It is lucrative to say the least. Phone lines can make up to £3,000 a day. And as with legitimate business, that level of wealth inevitably attracts competition.

But competition in the drugs trade inevitably means violence.

Police investigating the murder of Matthew Cassidy arrested David Woods, then also aged 19, and from Liverpool.

CCTV of David Woods entering a shop
Image captionWoods enters a shop with Cassidy. Police believe he had already planned to murder him
Matthew Cassidy entering a shop behind his murderer
Image captionCassidy walked into the shop behind Woods

“Woods had been involved for six months, working for a specific gang supply chain from Liverpool city itself,” explains Det Supt Davies.

“So, two different Liverpool gangs with different telephone lines in Connah’s Quay. So Cassidy turns up the day before, believed to be sent by a rival gang. Clearly, David Woods wanted to protect his patch…

“We think Cassidy was employed to take over the drugs scene in Connah’s Quay. Woods realised what was going on. He wasn’t going to put up with anyone disturbing his business.

“My firm belief is that Woods went out to befriend Cassidy, to lure Cassidy to his death on that day.”

David Woods
Image captionDavid Woods admitted killing Matthew Cassidy while he was on trial for his murder

Some youngsters are caught before they can come to harm.

Kyle Graham, then 18, from Runcorn in Cheshire, had been dealing in Bangor, Gwynedd, for five days when he was arrested.

Kyle Graham
Image captionKyle Graham was arrested five days after he started dealing in Bangor

A court heard he owed £200 in a drug debt and was ordered to go to Bangor where for 13 hours a day he would sell drugs from a lane in the town where his supplies were constantly replenished.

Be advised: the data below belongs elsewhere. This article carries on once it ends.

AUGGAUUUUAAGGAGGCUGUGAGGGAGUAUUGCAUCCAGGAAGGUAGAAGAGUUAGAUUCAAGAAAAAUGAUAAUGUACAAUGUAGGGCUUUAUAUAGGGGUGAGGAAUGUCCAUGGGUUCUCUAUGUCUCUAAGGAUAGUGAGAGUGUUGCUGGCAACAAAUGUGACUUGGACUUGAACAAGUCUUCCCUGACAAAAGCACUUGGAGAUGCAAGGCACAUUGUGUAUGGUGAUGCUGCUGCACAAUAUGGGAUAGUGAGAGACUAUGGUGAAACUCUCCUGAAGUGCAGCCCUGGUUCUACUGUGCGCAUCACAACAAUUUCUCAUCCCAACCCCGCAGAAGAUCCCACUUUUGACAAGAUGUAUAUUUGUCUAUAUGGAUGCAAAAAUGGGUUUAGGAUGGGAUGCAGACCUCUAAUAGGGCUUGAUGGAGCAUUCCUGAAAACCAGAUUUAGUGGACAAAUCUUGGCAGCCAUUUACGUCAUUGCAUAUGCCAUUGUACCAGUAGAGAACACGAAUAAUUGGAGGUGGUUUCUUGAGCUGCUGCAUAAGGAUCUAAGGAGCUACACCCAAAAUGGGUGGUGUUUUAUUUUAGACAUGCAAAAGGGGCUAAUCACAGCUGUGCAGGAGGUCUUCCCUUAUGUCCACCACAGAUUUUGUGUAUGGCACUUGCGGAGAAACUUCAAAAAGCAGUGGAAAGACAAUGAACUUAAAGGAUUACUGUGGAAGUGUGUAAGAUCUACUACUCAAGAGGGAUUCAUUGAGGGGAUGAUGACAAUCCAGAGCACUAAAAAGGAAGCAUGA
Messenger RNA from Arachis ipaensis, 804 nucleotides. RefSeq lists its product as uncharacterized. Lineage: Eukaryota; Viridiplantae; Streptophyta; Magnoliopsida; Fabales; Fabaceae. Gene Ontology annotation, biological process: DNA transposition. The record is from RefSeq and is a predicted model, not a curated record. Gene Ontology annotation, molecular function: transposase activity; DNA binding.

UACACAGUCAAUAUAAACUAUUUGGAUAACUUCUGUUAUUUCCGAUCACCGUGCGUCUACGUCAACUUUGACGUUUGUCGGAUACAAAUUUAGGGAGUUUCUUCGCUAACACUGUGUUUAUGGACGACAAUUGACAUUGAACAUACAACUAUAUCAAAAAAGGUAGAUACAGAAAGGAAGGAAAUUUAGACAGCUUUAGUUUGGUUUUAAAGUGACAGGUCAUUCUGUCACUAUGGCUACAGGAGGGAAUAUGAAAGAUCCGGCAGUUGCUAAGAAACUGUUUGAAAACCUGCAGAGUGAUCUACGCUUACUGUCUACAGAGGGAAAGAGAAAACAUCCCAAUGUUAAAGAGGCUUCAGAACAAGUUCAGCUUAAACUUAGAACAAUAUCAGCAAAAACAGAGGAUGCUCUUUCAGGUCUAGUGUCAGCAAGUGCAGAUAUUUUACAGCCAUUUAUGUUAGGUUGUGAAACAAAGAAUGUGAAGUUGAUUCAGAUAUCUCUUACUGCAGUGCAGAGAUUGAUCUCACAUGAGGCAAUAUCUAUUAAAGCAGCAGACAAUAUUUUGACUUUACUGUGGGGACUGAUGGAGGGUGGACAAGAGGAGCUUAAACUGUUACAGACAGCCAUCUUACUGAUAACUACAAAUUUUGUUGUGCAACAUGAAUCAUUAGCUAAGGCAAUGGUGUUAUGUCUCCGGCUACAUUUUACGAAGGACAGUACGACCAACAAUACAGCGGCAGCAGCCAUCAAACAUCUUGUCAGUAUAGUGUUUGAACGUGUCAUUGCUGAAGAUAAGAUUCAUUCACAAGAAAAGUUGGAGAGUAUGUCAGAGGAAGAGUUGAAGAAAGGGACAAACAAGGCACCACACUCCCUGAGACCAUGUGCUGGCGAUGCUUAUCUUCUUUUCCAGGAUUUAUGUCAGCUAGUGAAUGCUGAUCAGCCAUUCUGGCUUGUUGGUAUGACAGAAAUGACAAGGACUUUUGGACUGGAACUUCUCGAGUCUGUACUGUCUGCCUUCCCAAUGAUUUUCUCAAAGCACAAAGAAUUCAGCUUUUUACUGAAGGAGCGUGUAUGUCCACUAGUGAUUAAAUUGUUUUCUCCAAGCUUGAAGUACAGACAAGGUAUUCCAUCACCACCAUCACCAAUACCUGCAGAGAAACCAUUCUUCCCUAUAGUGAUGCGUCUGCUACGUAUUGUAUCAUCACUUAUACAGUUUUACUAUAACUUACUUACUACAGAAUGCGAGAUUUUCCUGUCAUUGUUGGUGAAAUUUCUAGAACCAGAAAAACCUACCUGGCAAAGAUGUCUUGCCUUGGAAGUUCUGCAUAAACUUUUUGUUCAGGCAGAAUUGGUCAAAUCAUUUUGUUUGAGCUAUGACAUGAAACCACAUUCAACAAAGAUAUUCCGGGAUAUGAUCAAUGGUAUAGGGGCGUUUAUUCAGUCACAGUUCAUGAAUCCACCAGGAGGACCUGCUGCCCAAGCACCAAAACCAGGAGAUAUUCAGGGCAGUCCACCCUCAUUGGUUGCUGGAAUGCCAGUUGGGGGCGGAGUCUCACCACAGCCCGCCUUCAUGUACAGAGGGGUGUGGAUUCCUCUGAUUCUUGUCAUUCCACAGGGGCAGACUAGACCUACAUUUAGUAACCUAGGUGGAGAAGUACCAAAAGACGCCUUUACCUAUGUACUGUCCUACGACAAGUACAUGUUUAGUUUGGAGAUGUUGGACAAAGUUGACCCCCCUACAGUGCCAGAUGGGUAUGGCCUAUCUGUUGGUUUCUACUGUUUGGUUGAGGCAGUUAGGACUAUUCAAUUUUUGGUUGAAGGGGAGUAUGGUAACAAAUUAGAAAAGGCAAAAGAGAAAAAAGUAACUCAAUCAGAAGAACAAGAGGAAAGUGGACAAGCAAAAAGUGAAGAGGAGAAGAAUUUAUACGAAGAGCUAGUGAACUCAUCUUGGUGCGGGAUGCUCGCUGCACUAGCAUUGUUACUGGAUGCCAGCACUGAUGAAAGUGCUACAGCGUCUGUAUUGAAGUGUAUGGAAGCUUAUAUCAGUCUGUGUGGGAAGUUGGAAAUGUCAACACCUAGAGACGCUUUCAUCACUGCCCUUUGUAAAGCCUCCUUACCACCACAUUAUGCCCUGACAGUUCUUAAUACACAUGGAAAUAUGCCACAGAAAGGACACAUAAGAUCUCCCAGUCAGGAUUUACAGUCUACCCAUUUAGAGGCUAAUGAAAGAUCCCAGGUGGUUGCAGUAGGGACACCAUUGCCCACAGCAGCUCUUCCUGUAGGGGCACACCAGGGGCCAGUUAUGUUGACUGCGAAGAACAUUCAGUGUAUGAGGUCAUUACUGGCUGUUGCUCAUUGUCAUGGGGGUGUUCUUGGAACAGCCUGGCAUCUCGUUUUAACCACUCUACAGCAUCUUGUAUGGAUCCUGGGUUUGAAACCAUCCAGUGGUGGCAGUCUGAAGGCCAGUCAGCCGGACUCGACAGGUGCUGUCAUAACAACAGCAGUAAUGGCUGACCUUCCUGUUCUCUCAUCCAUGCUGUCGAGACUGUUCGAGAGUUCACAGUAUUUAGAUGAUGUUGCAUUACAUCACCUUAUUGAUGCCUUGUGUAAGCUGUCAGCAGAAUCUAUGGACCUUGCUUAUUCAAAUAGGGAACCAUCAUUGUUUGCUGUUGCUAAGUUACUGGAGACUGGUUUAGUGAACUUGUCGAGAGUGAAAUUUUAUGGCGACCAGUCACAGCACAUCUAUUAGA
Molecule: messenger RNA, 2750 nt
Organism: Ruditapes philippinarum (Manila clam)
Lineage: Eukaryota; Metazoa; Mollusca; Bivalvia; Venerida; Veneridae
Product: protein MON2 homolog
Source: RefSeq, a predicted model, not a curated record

Each day he would sell £1,000 worth of Class A drugs – primarily heroin and crack cocaine – but his cut amounted to just £50.

Pleading guilty, Graham was sentenced to three years.

But his conviction would have been of little concern to the drugs gang he worked for.

“The adults use them for anonymity and to minimize and to exclude the risks that come along with drug dealing,” Tony Saggers said.

Tony Saggers, former head of drugs threat and intelligence at the National Crime Agency.
Image captionTony Saggers, former head of drugs threat and intelligence at the National Crime Agency.

“If you look at it ruthlessly, they’re looking to recruit more people than they need, ultimately to have people on standby to send into those towns so that if a couple of them get arrested, the city-based drug dealer can continue without any real impact by using the next two young people who are waiting to go into supply.”

Drug runners or mules are recruited on the streets of the UK’s big cities and joining a gang can seem like a tempting choice.

London-based gang members, who agreed to speak to BBC Wales Investigates anonymously, explained how they got involved.

“We’ve got no GCSEs, government’s not giving us no job so we have to get it ourselves,” one said.

“I got no college, no nothing, so I had to go to the ‘elders’ and they brought me in.

“They sent me up a few times, I made good money. Then I got arrested and then I came back and set up my own line and now it’s running… made good money man.”

Drug dealers who operate a County Line from London

Recruiting runners to dispatch to the provinces is easy they said.

“They want in on it,” one said. “They see us making the money. Why not? They want a job, simple.

“You know what? There are people in bad homes, those kids, we grab them quick, they have nothing to do. We give them a little job to do, send them off, make our money, make their money – everyone is eating right.

“The feds (police) won’t even look at them. Sometimes walking down the road, the feds would have their eyes on us… but the young buck will be walking down and the feds won’t take them on.

“So that’s why it’s good to send them out to do the job for us. Not like they’re doing it for free. They are getting payment.”

When asked if youngsters – who they arm with knives and who are routinely expected to hide drugs inside their bodies – do not deliver or lose drugs, the gang members reply: “They get touched.”

What does that mean? “They get hurt.”